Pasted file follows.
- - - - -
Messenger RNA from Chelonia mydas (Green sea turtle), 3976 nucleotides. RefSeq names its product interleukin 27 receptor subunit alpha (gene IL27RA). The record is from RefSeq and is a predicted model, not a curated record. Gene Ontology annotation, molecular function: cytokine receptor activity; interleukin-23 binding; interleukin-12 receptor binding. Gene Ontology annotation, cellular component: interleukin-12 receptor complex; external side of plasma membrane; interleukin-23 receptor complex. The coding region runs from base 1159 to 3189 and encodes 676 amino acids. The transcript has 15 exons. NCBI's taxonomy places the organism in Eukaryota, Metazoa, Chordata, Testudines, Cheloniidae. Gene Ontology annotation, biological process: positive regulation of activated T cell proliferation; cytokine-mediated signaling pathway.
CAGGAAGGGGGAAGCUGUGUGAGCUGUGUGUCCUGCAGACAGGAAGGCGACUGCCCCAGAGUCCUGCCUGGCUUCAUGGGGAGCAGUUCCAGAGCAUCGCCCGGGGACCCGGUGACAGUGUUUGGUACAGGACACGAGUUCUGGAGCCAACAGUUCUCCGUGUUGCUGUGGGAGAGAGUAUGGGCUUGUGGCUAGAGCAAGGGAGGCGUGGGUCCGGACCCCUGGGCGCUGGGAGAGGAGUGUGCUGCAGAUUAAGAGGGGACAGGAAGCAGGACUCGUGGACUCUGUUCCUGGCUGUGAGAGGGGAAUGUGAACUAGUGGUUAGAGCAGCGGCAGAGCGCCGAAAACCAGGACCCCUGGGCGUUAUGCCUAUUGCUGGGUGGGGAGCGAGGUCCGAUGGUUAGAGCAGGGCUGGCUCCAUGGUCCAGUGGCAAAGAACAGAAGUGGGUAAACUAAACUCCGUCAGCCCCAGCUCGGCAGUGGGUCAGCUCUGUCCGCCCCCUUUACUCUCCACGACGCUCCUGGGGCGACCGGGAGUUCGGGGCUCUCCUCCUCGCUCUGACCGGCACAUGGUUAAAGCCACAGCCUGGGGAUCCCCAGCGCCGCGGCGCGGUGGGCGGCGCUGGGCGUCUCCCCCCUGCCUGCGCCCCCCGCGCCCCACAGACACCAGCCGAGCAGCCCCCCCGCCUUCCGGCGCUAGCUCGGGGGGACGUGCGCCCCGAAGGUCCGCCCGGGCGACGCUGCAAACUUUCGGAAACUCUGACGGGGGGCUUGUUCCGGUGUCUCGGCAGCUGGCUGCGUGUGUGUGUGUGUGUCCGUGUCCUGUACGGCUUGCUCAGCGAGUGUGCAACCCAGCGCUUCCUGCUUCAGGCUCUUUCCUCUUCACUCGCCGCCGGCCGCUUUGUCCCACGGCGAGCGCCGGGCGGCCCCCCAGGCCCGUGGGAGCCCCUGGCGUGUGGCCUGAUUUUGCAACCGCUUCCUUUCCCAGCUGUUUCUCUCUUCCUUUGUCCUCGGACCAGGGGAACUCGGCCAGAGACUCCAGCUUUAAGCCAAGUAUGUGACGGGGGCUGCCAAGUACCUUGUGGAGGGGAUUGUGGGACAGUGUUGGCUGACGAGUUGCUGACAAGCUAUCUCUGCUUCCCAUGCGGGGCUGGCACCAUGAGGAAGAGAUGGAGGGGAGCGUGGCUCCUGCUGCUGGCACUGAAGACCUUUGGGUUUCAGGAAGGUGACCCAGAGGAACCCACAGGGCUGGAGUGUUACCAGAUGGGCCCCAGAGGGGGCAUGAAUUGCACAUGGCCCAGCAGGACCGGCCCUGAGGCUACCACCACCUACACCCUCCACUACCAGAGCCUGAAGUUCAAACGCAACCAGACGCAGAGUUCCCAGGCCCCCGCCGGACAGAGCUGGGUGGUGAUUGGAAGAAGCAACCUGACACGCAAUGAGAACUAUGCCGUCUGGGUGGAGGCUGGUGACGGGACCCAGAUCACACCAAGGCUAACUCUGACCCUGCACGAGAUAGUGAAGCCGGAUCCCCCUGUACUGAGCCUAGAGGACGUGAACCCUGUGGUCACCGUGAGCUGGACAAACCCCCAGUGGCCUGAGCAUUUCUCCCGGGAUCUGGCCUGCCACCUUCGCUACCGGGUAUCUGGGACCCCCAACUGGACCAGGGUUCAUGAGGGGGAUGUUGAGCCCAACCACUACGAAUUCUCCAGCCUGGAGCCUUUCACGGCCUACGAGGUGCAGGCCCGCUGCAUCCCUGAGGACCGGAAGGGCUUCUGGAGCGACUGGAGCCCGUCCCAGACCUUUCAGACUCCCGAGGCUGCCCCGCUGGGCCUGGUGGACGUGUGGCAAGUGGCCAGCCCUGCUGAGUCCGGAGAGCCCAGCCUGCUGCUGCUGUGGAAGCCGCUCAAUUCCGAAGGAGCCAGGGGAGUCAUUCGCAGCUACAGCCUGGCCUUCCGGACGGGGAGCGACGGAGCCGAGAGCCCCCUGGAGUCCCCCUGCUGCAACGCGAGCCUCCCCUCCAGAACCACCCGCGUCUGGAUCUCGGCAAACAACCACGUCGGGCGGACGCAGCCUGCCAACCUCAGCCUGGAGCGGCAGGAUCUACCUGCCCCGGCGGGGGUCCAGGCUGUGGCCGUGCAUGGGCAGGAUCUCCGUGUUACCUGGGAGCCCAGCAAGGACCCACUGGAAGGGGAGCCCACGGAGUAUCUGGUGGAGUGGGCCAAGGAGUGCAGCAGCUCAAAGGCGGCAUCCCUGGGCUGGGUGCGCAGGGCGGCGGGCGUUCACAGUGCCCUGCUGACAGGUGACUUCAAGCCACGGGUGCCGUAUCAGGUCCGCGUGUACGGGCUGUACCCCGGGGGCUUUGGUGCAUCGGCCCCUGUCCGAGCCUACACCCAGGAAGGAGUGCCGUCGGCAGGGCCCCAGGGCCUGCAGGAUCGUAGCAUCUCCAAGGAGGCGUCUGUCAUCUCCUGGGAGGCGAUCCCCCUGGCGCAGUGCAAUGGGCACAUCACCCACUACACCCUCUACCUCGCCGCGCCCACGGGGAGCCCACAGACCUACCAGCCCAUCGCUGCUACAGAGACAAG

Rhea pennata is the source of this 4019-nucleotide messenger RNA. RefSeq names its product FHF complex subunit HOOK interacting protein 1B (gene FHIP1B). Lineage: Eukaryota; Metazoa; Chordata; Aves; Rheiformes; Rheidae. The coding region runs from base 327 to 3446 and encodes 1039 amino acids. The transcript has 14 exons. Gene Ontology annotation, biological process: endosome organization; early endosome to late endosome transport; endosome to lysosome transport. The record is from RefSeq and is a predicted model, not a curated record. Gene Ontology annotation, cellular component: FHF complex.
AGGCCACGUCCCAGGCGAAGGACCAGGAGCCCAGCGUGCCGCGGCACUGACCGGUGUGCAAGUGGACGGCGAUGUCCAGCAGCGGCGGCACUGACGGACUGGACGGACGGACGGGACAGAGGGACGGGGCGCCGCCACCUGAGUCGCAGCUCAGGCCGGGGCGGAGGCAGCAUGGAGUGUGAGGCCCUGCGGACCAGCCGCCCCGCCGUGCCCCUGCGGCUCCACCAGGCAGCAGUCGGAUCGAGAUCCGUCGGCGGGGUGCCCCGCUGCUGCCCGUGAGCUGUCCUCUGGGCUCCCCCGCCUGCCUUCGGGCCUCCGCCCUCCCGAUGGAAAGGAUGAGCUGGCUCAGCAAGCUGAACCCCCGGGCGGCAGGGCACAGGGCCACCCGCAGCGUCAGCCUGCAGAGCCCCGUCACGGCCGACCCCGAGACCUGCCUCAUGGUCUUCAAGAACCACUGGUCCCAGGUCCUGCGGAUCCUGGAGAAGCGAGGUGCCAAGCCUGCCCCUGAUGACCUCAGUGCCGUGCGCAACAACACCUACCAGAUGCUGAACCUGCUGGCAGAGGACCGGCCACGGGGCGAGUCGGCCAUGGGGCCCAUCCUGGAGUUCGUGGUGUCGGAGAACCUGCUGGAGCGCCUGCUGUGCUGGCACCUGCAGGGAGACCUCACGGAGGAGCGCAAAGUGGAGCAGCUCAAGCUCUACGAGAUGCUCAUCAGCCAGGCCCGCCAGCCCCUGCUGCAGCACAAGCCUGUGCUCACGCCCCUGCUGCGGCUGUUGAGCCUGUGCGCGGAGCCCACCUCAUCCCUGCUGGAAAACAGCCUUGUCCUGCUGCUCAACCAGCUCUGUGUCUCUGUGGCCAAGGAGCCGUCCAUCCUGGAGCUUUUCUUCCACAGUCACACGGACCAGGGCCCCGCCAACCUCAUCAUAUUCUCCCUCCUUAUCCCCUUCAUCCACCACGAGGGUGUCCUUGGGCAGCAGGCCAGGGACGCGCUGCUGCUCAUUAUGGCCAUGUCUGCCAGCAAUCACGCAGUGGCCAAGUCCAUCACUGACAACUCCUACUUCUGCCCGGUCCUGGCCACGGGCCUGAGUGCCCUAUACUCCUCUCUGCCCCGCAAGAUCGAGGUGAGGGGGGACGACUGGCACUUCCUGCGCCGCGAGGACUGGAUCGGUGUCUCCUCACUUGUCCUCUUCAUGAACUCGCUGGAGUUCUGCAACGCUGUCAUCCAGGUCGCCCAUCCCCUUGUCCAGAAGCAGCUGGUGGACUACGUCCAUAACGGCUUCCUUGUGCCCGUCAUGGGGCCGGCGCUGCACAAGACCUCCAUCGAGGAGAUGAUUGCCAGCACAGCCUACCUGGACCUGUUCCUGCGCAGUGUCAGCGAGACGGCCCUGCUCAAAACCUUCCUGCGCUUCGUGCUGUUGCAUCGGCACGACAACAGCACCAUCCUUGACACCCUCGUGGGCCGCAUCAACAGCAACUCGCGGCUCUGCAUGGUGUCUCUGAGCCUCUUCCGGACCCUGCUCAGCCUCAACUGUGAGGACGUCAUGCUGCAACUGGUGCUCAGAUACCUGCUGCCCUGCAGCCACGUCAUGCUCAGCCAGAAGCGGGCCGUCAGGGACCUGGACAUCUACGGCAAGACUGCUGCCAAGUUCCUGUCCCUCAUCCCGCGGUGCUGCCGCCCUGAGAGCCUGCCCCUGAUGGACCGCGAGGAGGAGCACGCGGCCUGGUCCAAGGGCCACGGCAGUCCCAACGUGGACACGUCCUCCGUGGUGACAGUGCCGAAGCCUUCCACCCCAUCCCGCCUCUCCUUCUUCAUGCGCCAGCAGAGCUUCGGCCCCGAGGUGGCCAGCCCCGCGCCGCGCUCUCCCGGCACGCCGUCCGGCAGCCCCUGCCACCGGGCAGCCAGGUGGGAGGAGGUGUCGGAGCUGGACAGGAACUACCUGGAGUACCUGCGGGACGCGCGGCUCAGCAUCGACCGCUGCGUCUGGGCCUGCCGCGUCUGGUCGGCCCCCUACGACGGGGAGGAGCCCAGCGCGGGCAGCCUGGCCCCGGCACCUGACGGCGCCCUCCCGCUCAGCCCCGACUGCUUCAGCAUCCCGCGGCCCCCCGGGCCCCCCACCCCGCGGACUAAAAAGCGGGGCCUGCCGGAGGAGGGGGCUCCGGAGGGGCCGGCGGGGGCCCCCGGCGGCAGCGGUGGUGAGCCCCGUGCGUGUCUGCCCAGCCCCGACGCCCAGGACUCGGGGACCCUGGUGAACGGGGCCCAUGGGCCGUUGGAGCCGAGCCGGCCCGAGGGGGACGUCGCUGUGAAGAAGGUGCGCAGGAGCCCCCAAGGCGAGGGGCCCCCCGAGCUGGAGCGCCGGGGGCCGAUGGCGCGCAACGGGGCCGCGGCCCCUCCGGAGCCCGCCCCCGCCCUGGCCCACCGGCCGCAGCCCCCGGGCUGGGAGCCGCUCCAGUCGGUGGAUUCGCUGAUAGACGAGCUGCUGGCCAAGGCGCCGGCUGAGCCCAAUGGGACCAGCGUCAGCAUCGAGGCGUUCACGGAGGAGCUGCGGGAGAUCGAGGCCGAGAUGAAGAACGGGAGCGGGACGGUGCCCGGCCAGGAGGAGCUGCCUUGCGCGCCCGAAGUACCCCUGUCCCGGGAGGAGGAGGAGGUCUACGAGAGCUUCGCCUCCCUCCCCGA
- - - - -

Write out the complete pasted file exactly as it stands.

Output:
Messenger RNA from Chelonia mydas (Green sea turtle), 3976 nucleotides. RefSeq names its product interleukin 27 receptor subunit alpha (gene IL27RA). The record is from RefSeq and is a predicted model, not a curated record. Gene Ontology annotation, molecular function: cytokine receptor activity; interleukin-23 binding; interleukin-12 receptor binding. Gene Ontology annotation, cellular component: interleukin-12 receptor complex; external side of plasma membrane; interleukin-23 receptor complex. The coding region runs from base 1159 to 3189 and encodes 676 amino acids. The transcript has 15 exons. NCBI's taxonomy places the organism in Eukaryota, Metazoa, Chordata, Testudines, Cheloniidae. Gene Ontology annotation, biological process: positive regulation of activated T cell proliferation; cytokine-mediated signaling pathway.
CAGGAAGGGGGAAGCUGUGUGAGCUGUGUGUCCUGCAGACAGGAAGGCGACUGCCCCAGAGUCCUGCCUGGCUUCAUGGGGAGCAGUUCCAGAGCAUCGCCCGGGGACCCGGUGACAGUGUUUGGUACAGGACACGAGUUCUGGAGCCAACAGUUCUCCGUGUUGCUGUGGGAGAGAGUAUGGGCUUGUGGCUAGAGCAAGGGAGGCGUGGGUCCGGACCCCUGGGCGCUGGGAGAGGAGUGUGCUGCAGAUUAAGAGGGGACAGGAAGCAGGACUCGUGGACUCUGUUCCUGGCUGUGAGAGGGGAAUGUGAACUAGUGGUUAGAGCAGCGGCAGAGCGCCGAAAACCAGGACCCCUGGGCGUUAUGCCUAUUGCUGGGUGGGGAGCGAGGUCCGAUGGUUAGAGCAGGGCUGGCUCCAUGGUCCAGUGGCAAAGAACAGAAGUGGGUAAACUAAACUCCGUCAGCCCCAGCUCGGCAGUGGGUCAGCUCUGUCCGCCCCCUUUACUCUCCACGACGCUCCUGGGGCGACCGGGAGUUCGGGGCUCUCCUCCUCGCUCUGACCGGCACAUGGUUAAAGCCACAGCCUGGGGAUCCCCAGCGCCGCGGCGCGGUGGGCGGCGCUGGGCGUCUCCCCCCUGCCUGCGCCCCCCGCGCCCCACAGACACCAGCCGAGCAGCCCCCCCGCCUUCCGGCGCUAGCUCGGGGGGACGUGCGCCCCGAAGGUCCGCCCGGGCGACGCUGCAAACUUUCGGAAACUCUGACGGGGGGCUUGUUCCGGUGUCUCGGCAGCUGGCUGCGUGUGUGUGUGUGUGUCCGUGUCCUGUACGGCUUGCUCAGCGAGUGUGCAACCCAGCGCUUCCUGCUUCAGGCUCUUUCCUCUUCACUCGCCGCCGGCCGCUUUGUCCCACGGCGAGCGCCGGGCGGCCCCCCAGGCCCGUGGGAGCCCCUGGCGUGUGGCCUGAUUUUGCAACCGCUUCCUUUCCCAGCUGUUUCUCUCUUCCUUUGUCCUCGGACCAGGGGAACUCGGCCAGAGACUCCAGCUUUAAGCCAAGUAUGUGACGGGGGCUGCCAAGUACCUUGUGGAGGGGAUUGUGGGACAGUGUUGGCUGACGAGUUGCUGACAAGCUAUCUCUGCUUCCCAUGCGGGGCUGGCACCAUGAGGAAGAGAUGGAGGGGAGCGUGGCUCCUGCUGCUGGCACUGAAGACCUUUGGGUUUCAGGAAGGUGACCCAGAGGAACCCACAGGGCUGGAGUGUUACCAGAUGGGCCCCAGAGGGGGCAUGAAUUGCACAUGGCCCAGCAGGACCGGCCCUGAGGCUACCACCACCUACACCCUCCACUACCAGAGCCUGAAGUUCAAACGCAACCAGACGCAGAGUUCCCAGGCCCCCGCCGGACAGAGCUGGGUGGUGAUUGGAAGAAGCAACCUGACACGCAAUGAGAACUAUGCCGUCUGGGUGGAGGCUGGUGACGGGACCCAGAUCACACCAAGGCUAACUCUGACCCUGCACGAGAUAGUGAAGCCGGAUCCCCCUGUACUGAGCCUAGAGGACGUGAACCCUGUGGUCACCGUGAGCUGGACAAACCCCCAGUGGCCUGAGCAUUUCUCCCGGGAUCUGGCCUGCCACCUUCGCUACCGGGUAUCUGGGACCCCCAACUGGACCAGGGUUCAUGAGGGGGAUGUUGAGCCCAACCACUACGAAUUCUCCAGCCUGGAGCCUUUCACGGCCUACGAGGUGCAGGCCCGCUGCAUCCCUGAGGACCGGAAGGGCUUCUGGAGCGACUGGAGCCCGUCCCAGACCUUUCAGACUCCCGAGGCUGCCCCGCUGGGCCUGGUGGACGUGUGGCAAGUGGCCAGCCCUGCUGAGUCCGGAGAGCCCAGCCUGCUGCUGCUGUGGAAGCCGCUCAAUUCCGAAGGAGCCAGGGGAGUCAUUCGCAGCUACAGCCUGGCCUUCCGGACGGGGAGCGACGGAGCCGAGAGCCCCCUGGAGUCCCCCUGCUGCAACGCGAGCCUCCCCUCCAGAACCACCCGCGUCUGGAUCUCGGCAAACAACCACGUCGGGCGGACGCAGCCUGCCAACCUCAGCCUGGAGCGGCAGGAUCUACCUGCCCCGGCGGGGGUCCAGGCUGUGGCCGUGCAUGGGCAGGAUCUCCGUGUUACCUGGGAGCCCAGCAAGGACCCACUGGAAGGGGAGCCCACGGAGUAUCUGGUGGAGUGGGCCAAGGAGUGCAGCAGCUCAAAGGCGGCAUCCCUGGGCUGGGUGCGCAGGGCGGCGGGCGUUCACAGUGCCCUGCUGACAGGUGACUUCAAGCCACGGGUGCCGUAUCAGGUCCGCGUGUACGGGCUGUACCCCGGGGGCUUUGGUGCAUCGGCCCCUGUCCGAGCCUACACCCAGGAAGGAGUGCCGUCGGCAGGGCCCCAGGGCCUGCAGGAUCGUAGCAUCUCCAAGGAGGCGUCUGUCAUCUCCUGGGAGGCGAUCCCCCUGGCGCAGUGCAAUGGGCACAUCACCCACUACACCCUCUACCUCGCCGCGCCCACGGGGAGCCCACAGACCUACCAGCCCAUCGCUGCUACAGAGACAAG

Rhea pennata is the source of this 4019-nucleotide messenger RNA. RefSeq names its product FHF complex subunit HOOK interacting protein 1B (gene FHIP1B). Lineage: Eukaryota; Metazoa; Chordata; Aves; Rheiformes; Rheidae. The coding region runs from base 327 to 3446 and encodes 1039 amino acids. The transcript has 14 exons. Gene Ontology annotation, biological process: endosome organization; early endosome to late endosome transport; endosome to lysosome transport. The record is from RefSeq and is a predicted model, not a curated record. Gene Ontology annotation, cellular component: FHF complex.
AGGCCACGUCCCAGGCGAAGGACCAGGAGCCCAGCGUGCCGCGGCACUGACCGGUGUGCAAGUGGACGGCGAUGUCCAGCAGCGGCGGCACUGACGGACUGGACGGACGGACGGGACAGAGGGACGGGGCGCCGCCACCUGAGUCGCAGCUCAGGCCGGGGCGGAGGCAGCAUGGAGUGUGAGGCCCUGCGGACCAGCCGCCCCGCCGUGCCCCUGCGGCUCCACCAGGCAGCAGUCGGAUCGAGAUCCGUCGGCGGGGUGCCCCGCUGCUGCCCGUGAGCUGUCCUCUGGGCUCCCCCGCCUGCCUUCGGGCCUCCGCCCUCCCGAUGGAAAGGAUGAGCUGGCUCAGCAAGCUGAACCCCCGGGCGGCAGGGCACAGGGCCACCCGCAGCGUCAGCCUGCAGAGCCCCGUCACGGCCGACCCCGAGACCUGCCUCAUGGUCUUCAAGAACCACUGGUCCCAGGUCCUGCGGAUCCUGGAGAAGCGAGGUGCCAAGCCUGCCCCUGAUGACCUCAGUGCCGUGCGCAACAACACCUACCAGAUGCUGAACCUGCUGGCAGAGGACCGGCCACGGGGCGAGUCGGCCAUGGGGCCCAUCCUGGAGUUCGUGGUGUCGGAGAACCUGCUGGAGCGCCUGCUGUGCUGGCACCUGCAGGGAGACCUCACGGAGGAGCGCAAAGUGGAGCAGCUCAAGCUCUACGAGAUGCUCAUCAGCCAGGCCCGCCAGCCCCUGCUGCAGCACAAGCCUGUGCUCACGCCCCUGCUGCGGCUGUUGAGCCUGUGCGCGGAGCCCACCUCAUCCCUGCUGGAAAACAGCCUUGUCCUGCUGCUCAACCAGCUCUGUGUCUCUGUGGCCAAGGAGCCGUCCAUCCUGGAGCUUUUCUUCCACAGUCACACGGACCAGGGCCCCGCCAACCUCAUCAUAUUCUCCCUCCUUAUCCCCUUCAUCCACCACGAGGGUGUCCUUGGGCAGCAGGCCAGGGACGCGCUGCUGCUCAUUAUGGCCAUGUCUGCCAGCAAUCACGCAGUGGCCAAGUCCAUCACUGACAACUCCUACUUCUGCCCGGUCCUGGCCACGGGCCUGAGUGCCCUAUACUCCUCUCUGCCCCGCAAGAUCGAGGUGAGGGGGGACGACUGGCACUUCCUGCGCCGCGAGGACUGGAUCGGUGUCUCCUCACUUGUCCUCUUCAUGAACUCGCUGGAGUUCUGCAACGCUGUCAUCCAGGUCGCCCAUCCCCUUGUCCAGAAGCAGCUGGUGGACUACGUCCAUAACGGCUUCCUUGUGCCCGUCAUGGGGCCGGCGCUGCACAAGACCUCCAUCGAGGAGAUGAUUGCCAGCACAGCCUACCUGGACCUGUUCCUGCGCAGUGUCAGCGAGACGGCCCUGCUCAAAACCUUCCUGCGCUUCGUGCUGUUGCAUCGGCACGACAACAGCACCAUCCUUGACACCCUCGUGGGCCGCAUCAACAGCAACUCGCGGCUCUGCAUGGUGUCUCUGAGCCUCUUCCGGACCCUGCUCAGCCUCAACUGUGAGGACGUCAUGCUGCAACUGGUGCUCAGAUACCUGCUGCCCUGCAGCCACGUCAUGCUCAGCCAGAAGCGGGCCGUCAGGGACCUGGACAUCUACGGCAAGACUGCUGCCAAGUUCCUGUCCCUCAUCCCGCGGUGCUGCCGCCCUGAGAGCCUGCCCCUGAUGGACCGCGAGGAGGAGCACGCGGCCUGGUCCAAGGGCCACGGCAGUCCCAACGUGGACACGUCCUCCGUGGUGACAGUGCCGAAGCCUUCCACCCCAUCCCGCCUCUCCUUCUUCAUGCGCCAGCAGAGCUUCGGCCCCGAGGUGGCCAGCCCCGCGCCGCGCUCUCCCGGCACGCCGUCCGGCAGCCCCUGCCACCGGGCAGCCAGGUGGGAGGAGGUGUCGGAGCUGGACAGGAACUACCUGGAGUACCUGCGGGACGCGCGGCUCAGCAUCGACCGCUGCGUCUGGGCCUGCCGCGUCUGGUCGGCCCCCUACGACGGGGAGGAGCCCAGCGCGGGCAGCCUGGCCCCGGCACCUGACGGCGCCCUCCCGCUCAGCCCCGACUGCUUCAGCAUCCCGCGGCCCCCCGGGCCCCCCACCCCGCGGACUAAAAAGCGGGGCCUGCCGGAGGAGGGGGCUCCGGAGGGGCCGGCGGGGGCCCCCGGCGGCAGCGGUGGUGAGCCCCGUGCGUGUCUGCCCAGCCCCGACGCCCAGGACUCGGGGACCCUGGUGAACGGGGCCCAUGGGCCGUUGGAGCCGAGCCGGCCCGAGGGGGACGUCGCUGUGAAGAAGGUGCGCAGGAGCCCCCAAGGCGAGGGGCCCCCCGAGCUGGAGCGCCGGGGGCCGAUGGCGCGCAACGGGGCCGCGGCCCCUCCGGAGCCCGCCCCCGCCCUGGCCCACCGGCCGCAGCCCCCGGGCUGGGAGCCGCUCCAGUCGGUGGAUUCGCUGAUAGACGAGCUGCUGGCCAAGGCGCCGGCUGAGCCCAAUGGGACCAGCGUCAGCAUCGAGGCGUUCACGGAGGAGCUGCGGGAGAUCGAGGCCGAGAUGAAGAACGGGAGCGGGACGGUGCCCGGCCAGGAGGAGCUGCCUUGCGCGCCCGAAGUACCCCUGUCCCGGGAGGAGGAGGAGGUCUACGAGAGCUUCGCCUCCCUCCCCGA